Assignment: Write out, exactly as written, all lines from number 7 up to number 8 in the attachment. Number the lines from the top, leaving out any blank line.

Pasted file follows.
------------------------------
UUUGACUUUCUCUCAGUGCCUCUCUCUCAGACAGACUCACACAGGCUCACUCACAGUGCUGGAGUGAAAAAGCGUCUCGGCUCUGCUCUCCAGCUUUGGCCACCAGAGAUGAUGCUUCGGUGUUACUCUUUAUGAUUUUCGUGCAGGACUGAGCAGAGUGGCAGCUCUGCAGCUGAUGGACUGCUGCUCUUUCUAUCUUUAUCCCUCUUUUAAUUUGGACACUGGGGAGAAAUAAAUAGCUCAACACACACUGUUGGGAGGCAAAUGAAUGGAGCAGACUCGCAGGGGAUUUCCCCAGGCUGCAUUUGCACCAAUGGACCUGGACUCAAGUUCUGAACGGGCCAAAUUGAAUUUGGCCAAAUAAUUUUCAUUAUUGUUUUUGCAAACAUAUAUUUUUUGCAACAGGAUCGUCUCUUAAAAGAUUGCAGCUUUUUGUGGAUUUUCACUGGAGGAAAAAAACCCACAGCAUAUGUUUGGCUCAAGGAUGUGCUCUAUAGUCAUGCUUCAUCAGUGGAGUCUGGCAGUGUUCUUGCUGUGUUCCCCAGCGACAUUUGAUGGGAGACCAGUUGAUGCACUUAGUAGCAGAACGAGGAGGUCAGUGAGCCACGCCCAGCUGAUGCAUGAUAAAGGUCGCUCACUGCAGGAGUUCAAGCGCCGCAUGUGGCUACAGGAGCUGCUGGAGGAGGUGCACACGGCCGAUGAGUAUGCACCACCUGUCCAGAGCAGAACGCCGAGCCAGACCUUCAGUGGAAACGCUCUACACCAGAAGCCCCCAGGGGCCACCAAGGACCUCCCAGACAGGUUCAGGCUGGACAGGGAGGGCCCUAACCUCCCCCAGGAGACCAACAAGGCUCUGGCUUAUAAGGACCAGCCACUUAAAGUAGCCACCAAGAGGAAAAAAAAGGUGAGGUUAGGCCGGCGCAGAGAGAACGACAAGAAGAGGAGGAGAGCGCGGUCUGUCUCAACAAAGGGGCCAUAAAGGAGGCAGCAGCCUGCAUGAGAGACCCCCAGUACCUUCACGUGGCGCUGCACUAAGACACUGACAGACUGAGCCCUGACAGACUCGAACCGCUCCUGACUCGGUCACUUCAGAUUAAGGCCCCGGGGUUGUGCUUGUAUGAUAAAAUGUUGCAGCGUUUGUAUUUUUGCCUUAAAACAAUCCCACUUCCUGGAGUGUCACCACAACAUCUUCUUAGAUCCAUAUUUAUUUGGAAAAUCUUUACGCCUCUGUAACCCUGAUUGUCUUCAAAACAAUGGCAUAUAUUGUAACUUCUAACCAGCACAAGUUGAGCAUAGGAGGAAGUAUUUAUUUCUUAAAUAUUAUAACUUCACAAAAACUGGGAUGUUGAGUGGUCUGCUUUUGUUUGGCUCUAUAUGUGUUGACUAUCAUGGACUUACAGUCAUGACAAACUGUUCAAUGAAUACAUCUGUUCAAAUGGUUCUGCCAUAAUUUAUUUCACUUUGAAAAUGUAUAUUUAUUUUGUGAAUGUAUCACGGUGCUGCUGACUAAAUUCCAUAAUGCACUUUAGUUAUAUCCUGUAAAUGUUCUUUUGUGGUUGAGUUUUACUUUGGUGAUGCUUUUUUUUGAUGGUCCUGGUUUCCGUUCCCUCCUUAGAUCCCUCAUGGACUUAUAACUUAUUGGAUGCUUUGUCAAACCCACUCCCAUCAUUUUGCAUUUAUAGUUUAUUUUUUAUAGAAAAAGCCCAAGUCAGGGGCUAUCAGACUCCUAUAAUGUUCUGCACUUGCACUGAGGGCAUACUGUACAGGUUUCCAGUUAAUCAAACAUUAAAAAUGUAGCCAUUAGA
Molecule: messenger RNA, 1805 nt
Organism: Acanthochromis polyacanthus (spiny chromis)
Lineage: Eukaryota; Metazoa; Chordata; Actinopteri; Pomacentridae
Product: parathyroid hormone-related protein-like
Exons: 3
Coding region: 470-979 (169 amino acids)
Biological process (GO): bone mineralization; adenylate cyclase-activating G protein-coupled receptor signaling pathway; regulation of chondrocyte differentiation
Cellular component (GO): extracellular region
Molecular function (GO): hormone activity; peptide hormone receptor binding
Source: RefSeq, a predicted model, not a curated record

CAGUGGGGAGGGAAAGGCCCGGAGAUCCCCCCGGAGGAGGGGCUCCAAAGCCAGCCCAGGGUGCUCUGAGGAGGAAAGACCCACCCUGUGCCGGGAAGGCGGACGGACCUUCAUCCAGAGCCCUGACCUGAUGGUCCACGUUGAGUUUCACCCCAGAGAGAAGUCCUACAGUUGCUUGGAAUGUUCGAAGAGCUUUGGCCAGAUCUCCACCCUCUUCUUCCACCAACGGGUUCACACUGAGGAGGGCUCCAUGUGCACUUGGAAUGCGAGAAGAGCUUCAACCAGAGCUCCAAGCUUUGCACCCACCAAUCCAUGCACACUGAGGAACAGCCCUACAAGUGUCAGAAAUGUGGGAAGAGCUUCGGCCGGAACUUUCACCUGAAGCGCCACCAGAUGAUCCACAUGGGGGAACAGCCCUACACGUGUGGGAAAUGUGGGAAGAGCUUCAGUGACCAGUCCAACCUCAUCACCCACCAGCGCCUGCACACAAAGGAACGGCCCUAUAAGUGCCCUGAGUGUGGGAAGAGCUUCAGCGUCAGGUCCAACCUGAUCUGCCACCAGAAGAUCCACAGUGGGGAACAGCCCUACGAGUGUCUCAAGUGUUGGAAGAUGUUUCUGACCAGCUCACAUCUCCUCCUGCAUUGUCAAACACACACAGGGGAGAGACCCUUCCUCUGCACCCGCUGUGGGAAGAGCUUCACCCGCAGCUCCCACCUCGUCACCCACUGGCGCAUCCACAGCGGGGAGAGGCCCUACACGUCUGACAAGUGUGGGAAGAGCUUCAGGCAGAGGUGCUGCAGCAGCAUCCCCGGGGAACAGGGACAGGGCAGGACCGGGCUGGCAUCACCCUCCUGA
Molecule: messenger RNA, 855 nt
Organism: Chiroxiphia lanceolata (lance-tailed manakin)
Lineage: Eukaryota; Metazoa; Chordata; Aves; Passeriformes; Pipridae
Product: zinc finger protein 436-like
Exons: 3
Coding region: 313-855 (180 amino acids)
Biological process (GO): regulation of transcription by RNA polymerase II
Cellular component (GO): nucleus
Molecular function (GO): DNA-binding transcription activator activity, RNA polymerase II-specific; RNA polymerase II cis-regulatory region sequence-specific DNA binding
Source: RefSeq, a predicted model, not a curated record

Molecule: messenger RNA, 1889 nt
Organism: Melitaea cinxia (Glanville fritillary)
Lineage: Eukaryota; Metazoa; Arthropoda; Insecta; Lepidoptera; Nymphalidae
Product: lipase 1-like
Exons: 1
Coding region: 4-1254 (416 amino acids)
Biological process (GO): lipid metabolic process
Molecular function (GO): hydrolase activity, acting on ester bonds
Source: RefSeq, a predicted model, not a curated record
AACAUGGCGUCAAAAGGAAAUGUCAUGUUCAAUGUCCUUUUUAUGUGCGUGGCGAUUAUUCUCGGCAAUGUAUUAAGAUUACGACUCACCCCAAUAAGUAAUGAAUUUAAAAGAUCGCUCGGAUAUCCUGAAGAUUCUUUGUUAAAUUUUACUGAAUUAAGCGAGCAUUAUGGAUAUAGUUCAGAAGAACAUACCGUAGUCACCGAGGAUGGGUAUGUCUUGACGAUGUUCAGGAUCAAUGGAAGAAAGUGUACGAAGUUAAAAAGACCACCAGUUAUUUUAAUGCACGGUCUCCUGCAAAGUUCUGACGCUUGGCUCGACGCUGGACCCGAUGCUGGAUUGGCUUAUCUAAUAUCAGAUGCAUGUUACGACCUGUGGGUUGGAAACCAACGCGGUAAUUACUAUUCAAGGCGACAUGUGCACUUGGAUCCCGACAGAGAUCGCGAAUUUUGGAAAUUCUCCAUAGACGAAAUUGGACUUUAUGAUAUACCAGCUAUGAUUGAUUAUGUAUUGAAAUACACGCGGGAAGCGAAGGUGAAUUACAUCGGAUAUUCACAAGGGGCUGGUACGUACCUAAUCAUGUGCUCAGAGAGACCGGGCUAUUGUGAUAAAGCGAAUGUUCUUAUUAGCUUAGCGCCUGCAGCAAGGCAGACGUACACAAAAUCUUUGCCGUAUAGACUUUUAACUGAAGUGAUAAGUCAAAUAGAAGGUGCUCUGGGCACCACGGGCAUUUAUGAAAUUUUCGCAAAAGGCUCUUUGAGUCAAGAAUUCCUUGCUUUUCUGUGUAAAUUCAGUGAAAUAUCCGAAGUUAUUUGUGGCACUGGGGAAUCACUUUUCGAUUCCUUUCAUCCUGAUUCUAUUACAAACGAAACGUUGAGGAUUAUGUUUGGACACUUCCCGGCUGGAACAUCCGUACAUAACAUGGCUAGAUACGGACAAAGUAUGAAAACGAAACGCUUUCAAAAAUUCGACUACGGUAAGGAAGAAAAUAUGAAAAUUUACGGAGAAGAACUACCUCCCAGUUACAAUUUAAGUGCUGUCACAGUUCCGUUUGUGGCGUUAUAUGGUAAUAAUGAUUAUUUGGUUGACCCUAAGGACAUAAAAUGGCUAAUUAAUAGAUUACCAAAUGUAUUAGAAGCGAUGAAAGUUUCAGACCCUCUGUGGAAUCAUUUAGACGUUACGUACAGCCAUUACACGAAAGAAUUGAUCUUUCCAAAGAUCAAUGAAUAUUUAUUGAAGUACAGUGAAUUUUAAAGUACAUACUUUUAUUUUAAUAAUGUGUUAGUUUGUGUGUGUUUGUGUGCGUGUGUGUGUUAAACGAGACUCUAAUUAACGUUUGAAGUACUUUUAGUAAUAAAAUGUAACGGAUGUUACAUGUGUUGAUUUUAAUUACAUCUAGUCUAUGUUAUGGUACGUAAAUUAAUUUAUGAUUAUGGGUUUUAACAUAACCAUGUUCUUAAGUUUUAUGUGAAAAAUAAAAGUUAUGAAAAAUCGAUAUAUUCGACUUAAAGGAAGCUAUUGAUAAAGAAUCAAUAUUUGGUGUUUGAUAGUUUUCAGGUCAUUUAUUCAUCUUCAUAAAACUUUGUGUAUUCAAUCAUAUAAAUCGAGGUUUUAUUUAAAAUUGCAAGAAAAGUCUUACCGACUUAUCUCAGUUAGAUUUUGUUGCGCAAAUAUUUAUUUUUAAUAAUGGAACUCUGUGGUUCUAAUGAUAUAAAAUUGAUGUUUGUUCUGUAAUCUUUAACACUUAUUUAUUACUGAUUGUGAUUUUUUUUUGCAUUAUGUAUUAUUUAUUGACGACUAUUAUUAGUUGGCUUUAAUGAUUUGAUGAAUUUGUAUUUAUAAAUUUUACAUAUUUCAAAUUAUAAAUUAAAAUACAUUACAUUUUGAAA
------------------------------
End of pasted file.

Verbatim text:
Coding region: 470-979 (169 amino acids)
Biological process (GO): bone mineralization; adenylate cyclase-activating G protein-coupled receptor signaling pathway; regulation of chondrocyte differentiation